I was tasked with crafting a dynamic design for an article about design and how it’s good for business. Part of the assignment was to use images that focused heavily on architecture. So, I set out to find some buildings with great perspective angles for the theme of my design.
Starting with the art, I wanted nice, angular architecture that in many ways resembles a grid. I found a really good photo for the opening spread. Originally, I was going to use a more typical text treatment for the cover, but upon noticing the angles and perspectives of the photo, I decided to use a 3-D grid of sorts by mimicking the flow lines of the building. In reading from left to right, I felt it best to use the subhead as sort of a lede-in, introductory block, which guides the eye diagonally downward to the much larger headline. This arrangement, along with the angle of the buildings, the color contrasts, and overall composition, creates a dynamic layout and moves the reader into the story. (Incidentally, I included the original photo so you could see the extra Photoshop work I did to get the drama and composition I was looking for, including a couple little extra details that I’ll see if you can spot.)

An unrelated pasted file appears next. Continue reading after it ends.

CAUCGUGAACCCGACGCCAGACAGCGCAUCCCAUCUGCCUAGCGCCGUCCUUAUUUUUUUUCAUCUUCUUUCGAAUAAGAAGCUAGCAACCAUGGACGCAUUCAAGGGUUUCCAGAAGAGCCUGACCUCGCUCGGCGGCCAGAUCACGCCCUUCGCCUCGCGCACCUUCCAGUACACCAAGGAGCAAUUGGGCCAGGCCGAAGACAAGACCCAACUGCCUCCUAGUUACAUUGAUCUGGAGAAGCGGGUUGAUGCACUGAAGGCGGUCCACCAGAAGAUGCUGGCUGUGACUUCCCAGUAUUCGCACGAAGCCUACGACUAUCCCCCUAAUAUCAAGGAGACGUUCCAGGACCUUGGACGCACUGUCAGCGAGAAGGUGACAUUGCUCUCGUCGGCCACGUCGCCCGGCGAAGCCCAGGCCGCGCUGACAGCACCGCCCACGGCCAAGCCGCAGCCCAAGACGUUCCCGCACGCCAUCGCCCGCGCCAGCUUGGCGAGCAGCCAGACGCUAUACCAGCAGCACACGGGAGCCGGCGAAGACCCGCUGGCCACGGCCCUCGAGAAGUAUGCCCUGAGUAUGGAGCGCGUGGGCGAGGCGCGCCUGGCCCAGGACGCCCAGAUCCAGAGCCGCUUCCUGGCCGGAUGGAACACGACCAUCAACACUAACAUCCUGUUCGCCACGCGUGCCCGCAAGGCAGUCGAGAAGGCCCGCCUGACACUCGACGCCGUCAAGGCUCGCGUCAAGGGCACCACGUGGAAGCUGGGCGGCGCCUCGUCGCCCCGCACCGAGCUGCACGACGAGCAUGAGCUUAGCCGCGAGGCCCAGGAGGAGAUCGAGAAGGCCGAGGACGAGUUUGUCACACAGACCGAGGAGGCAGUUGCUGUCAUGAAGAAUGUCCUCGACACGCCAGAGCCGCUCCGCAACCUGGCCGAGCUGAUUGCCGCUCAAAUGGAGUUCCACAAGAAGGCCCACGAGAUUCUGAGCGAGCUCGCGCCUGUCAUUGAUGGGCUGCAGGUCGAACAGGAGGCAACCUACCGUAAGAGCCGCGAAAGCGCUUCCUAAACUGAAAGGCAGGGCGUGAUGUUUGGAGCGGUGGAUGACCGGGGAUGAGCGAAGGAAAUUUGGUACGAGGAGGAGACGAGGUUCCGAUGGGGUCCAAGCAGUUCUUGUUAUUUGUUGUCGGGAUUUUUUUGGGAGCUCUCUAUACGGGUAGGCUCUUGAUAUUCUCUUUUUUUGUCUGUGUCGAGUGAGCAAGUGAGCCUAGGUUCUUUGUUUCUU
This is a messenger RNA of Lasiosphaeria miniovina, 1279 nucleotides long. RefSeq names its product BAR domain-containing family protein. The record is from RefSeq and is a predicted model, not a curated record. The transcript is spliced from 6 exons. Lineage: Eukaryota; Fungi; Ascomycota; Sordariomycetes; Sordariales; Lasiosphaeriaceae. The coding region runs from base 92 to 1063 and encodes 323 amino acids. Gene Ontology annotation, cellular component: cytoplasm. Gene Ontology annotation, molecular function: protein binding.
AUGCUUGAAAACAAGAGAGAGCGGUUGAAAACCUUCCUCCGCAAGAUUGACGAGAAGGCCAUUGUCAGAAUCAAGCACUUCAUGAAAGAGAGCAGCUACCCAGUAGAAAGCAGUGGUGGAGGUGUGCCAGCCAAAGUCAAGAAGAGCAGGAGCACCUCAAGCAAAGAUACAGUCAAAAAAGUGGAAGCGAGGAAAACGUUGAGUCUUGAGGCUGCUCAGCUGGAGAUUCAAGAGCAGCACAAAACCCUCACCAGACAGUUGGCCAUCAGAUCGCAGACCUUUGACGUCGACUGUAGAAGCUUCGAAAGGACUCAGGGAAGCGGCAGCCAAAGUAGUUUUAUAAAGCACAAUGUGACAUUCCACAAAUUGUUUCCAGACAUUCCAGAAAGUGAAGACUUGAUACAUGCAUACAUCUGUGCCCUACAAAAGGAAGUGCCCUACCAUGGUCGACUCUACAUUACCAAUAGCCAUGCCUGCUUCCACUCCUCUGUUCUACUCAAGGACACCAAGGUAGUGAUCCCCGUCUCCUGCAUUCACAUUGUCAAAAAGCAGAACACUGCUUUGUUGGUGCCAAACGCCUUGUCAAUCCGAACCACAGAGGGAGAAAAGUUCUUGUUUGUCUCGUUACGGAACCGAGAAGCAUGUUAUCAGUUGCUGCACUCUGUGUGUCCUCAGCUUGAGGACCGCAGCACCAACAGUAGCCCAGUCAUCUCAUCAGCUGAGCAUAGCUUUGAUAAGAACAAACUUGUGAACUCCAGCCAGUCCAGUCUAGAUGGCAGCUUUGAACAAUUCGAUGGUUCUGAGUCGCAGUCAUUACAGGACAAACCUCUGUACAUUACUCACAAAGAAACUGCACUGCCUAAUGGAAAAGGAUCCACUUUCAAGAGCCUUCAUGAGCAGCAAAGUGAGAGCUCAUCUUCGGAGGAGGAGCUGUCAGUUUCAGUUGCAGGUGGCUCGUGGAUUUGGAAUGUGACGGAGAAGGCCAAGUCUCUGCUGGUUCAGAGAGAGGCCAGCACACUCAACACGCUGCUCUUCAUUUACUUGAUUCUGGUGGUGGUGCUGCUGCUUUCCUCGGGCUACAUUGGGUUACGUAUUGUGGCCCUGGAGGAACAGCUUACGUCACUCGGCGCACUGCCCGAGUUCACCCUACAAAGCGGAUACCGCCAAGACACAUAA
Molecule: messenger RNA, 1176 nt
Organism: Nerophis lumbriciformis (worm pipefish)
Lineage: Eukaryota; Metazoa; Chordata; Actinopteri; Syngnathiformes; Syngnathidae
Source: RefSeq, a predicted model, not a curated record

On the inside spread, I used a version of the Tschihold canon for my grid structure (basically, a 3:2 module ratio, which actually is the same ratio as the page itself). The layout, while adhering to this 3:2 grid, is based loosely on the Golden Ratio and Fibonacci Series—swirling outward from the Paul Rand quote to the large photo (or vice versa). The opacity of the question head was toned down somewhat to offer better contrast with the first sentence and to also work better as a visual bridge between photo and text. The text blocks were kept in upright, modular form. I felt it best to let the angles in the photos offer contrast to the text blocks while also mimicking the design on the cover spread. The folio sits quietly in the corner of each page.
The cohesion between the two spreads is found in the color scheme, the angular photos, and the tension created by slightly truncating the headline text as it runs off the edge of the page.